Green Sushi Advice
Sushi lovers, it’s time to say sayonara to toro (aka bluefin tuna). Hamachi (yellowtail), too. And for the time being, you can forget about ordering those freshwater eel and avocado rolls -- unagi is also a big environmental no-no.
That’s the latest advice from three ocean conservation groups that are poised to launch wallet-sized sushi guides next week. As of Oct. 22, the consumer guides will be available online via Blue Ocean Institute, Environmental Defense Fund and Monterey Bay Aquarium. Each group has its own card with a unique design and layout (Blue Ocean’s list offers detailed descriptions about each species, for example), but the message is the same no matter which card you print out: avoid red-listed sushi and seek out more abundant and better managed species.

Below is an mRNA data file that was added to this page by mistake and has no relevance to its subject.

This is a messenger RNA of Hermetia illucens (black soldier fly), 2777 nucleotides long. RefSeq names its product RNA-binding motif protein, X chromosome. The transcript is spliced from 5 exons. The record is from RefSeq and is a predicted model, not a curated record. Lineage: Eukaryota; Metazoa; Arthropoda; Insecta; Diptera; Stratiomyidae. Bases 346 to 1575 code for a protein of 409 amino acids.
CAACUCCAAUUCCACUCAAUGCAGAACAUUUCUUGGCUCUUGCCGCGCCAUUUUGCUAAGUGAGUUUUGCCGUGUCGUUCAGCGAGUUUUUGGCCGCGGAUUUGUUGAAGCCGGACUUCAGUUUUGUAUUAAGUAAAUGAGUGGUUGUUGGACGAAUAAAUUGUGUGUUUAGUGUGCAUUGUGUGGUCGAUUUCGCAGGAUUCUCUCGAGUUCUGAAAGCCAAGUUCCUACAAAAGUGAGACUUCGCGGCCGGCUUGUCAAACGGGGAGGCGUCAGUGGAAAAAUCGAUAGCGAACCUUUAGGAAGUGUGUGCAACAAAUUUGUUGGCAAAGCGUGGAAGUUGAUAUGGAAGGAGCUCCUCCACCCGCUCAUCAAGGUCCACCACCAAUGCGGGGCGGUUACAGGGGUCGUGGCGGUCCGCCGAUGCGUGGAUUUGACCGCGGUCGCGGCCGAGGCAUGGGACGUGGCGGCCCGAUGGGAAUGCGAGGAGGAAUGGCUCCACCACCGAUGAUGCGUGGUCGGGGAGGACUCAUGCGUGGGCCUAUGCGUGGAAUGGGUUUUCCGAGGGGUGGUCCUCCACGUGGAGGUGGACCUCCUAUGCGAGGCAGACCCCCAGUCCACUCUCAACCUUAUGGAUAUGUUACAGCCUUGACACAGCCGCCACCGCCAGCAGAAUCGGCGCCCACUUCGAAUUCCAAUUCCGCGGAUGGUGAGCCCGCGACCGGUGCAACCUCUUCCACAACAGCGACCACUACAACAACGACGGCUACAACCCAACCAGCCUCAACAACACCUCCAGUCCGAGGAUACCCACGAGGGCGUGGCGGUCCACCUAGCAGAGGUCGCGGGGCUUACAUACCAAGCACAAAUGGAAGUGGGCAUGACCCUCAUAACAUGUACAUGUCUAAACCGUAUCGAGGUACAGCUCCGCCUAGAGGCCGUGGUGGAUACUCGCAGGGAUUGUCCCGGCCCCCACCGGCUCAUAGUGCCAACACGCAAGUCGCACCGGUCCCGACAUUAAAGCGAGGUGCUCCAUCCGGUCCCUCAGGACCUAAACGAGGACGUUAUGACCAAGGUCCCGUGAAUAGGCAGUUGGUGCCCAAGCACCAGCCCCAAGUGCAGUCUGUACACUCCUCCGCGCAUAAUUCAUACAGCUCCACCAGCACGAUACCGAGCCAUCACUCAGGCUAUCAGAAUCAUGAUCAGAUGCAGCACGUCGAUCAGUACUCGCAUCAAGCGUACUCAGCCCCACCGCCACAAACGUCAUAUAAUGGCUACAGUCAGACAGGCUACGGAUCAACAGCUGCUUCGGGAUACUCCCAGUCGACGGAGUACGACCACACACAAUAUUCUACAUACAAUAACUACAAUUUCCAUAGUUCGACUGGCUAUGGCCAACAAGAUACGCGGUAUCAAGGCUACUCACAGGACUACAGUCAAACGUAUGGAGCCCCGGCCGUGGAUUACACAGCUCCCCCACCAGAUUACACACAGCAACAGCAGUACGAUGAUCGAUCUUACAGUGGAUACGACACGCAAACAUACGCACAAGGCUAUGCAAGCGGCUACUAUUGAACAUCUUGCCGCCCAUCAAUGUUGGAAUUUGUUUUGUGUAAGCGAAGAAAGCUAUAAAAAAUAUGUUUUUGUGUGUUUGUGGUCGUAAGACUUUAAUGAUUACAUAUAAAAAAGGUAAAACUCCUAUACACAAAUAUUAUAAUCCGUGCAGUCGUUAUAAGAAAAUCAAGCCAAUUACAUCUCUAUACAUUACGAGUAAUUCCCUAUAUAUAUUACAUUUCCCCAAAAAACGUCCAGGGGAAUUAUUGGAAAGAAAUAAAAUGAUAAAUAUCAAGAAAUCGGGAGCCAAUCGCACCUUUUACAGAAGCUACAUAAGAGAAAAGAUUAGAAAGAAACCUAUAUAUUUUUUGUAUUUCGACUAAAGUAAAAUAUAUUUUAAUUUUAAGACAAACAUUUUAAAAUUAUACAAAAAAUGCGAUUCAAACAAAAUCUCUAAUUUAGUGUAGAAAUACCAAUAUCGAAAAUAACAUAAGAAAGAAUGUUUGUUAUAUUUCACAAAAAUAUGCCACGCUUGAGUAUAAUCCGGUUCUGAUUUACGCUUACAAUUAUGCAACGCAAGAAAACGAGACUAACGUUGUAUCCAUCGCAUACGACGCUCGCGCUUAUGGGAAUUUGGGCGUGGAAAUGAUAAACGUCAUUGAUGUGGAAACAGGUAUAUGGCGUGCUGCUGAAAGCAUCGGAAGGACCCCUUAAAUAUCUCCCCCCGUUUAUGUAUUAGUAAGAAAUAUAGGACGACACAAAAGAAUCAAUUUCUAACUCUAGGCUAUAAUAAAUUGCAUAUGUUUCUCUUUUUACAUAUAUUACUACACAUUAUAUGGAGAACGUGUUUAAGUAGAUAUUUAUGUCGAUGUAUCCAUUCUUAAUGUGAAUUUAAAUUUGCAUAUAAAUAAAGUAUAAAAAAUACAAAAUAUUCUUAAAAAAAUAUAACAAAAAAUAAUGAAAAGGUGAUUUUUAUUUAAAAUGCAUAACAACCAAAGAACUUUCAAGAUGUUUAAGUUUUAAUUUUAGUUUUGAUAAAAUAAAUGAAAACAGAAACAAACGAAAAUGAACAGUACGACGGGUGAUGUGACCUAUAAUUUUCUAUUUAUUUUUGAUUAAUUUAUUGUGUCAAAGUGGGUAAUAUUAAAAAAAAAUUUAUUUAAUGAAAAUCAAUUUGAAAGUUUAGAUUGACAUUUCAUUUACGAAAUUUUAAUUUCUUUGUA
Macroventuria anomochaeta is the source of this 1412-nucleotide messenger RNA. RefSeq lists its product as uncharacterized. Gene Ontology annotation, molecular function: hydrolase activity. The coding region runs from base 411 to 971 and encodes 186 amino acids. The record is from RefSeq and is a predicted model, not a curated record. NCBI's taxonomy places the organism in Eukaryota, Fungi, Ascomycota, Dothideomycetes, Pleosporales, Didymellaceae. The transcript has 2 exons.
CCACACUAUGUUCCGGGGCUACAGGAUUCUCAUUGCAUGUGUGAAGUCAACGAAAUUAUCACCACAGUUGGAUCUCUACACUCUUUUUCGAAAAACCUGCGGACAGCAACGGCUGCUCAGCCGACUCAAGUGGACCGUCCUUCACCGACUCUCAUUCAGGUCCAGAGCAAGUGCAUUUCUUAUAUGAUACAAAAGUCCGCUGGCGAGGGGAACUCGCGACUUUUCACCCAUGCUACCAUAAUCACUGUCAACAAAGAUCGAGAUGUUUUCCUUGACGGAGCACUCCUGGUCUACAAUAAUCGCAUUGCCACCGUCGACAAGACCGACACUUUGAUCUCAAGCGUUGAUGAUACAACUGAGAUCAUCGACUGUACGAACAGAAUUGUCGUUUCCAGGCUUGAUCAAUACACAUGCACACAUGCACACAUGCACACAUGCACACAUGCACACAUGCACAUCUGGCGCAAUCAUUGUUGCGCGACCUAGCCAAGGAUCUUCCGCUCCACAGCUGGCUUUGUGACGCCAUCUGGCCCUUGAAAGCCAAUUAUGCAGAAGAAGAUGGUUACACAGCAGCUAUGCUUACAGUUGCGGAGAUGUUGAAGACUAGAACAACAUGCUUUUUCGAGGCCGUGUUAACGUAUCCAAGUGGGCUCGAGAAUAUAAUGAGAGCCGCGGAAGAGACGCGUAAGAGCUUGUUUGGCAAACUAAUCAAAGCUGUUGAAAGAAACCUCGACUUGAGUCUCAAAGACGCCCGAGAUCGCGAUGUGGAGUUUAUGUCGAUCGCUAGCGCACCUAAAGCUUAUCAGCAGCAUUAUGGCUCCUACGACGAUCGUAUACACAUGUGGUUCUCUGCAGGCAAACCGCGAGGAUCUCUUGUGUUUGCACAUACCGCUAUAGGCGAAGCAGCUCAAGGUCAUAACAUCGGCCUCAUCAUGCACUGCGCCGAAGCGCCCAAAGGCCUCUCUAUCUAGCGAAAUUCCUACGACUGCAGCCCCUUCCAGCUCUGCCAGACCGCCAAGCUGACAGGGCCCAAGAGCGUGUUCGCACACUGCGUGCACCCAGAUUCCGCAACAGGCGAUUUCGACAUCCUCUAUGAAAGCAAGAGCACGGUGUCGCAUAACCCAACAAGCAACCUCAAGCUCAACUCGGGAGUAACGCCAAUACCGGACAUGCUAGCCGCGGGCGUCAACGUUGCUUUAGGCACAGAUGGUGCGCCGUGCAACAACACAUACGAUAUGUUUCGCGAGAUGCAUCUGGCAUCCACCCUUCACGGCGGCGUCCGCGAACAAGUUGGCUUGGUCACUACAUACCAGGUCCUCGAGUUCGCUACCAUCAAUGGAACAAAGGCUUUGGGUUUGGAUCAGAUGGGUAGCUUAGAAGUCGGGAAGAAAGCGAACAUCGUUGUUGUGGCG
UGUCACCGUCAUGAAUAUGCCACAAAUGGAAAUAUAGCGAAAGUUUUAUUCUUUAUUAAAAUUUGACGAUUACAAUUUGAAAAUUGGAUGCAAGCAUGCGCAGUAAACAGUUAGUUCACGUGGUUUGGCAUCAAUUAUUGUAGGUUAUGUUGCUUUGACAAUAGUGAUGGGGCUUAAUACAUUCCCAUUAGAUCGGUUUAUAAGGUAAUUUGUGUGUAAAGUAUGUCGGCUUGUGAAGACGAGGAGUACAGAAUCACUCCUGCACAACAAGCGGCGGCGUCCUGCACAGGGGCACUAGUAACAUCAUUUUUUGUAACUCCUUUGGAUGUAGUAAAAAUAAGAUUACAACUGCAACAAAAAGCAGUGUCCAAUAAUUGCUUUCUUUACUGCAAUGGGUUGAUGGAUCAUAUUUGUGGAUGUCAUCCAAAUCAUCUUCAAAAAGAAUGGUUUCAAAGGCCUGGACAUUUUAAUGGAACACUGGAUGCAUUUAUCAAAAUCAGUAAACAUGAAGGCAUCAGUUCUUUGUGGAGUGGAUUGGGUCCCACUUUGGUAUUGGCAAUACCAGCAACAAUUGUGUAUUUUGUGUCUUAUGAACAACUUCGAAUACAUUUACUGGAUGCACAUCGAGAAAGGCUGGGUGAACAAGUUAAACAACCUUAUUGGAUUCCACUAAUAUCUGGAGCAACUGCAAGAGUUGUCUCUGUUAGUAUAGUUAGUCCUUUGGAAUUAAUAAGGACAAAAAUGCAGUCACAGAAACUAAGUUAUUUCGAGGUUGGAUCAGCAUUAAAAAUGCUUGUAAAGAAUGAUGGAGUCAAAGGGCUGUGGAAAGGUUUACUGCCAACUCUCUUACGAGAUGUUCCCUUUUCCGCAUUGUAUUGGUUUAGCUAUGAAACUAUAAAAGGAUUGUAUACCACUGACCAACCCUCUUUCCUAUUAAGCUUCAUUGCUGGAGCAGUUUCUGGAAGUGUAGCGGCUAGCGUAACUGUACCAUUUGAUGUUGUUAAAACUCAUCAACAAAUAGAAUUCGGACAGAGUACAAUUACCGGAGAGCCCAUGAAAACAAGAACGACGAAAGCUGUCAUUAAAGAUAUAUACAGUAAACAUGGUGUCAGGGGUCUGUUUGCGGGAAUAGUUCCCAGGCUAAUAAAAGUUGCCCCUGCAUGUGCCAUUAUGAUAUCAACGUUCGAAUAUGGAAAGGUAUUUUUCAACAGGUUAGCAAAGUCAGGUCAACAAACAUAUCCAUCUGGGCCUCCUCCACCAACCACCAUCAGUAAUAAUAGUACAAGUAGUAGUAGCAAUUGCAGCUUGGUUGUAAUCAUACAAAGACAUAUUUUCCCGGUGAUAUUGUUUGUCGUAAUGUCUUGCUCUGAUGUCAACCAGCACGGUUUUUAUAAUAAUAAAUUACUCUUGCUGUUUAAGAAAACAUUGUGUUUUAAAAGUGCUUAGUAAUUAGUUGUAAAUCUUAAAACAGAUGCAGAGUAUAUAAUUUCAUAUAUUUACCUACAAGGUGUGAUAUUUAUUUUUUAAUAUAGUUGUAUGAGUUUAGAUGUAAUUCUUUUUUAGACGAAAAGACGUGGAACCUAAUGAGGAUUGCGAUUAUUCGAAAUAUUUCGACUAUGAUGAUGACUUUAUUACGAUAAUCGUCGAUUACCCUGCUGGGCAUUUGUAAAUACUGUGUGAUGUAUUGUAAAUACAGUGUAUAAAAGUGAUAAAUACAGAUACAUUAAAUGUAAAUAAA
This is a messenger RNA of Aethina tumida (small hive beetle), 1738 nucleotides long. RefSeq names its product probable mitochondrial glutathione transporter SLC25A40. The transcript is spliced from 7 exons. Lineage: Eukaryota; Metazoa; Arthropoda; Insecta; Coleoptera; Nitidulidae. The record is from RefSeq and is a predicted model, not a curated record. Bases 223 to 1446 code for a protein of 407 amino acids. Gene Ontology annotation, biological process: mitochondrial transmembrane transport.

All three groups also single out species that are high in contaminants, including mercury or PCBs, most of which are on the red lists, but be sure to check the yellow (sorta okay to go, like a yellow traffic signal) lists as well. Contaminant contenders in the yellow lists include Hawaiian albacore tuna and blue crab.
They’re hoping that the next time you get a hankering for raw fish and vinegared rice, you’ll consider “greener” choices, such as wild Alaskan salmon (sake), North American Albacore tuna (shiro maguro) or Pacific halibut (hirame), to name a few. They’re considered “best” because they come from well-managed fisheries with little or no risk of contaminants (as determined by the ocean conservation community).
The sushi guides will also be available via text message as part of the groups' mobile phone offerings, featured in this space earlier this year.
By Kim ODonnel |
October 17, 2008; 7:00 AM ET
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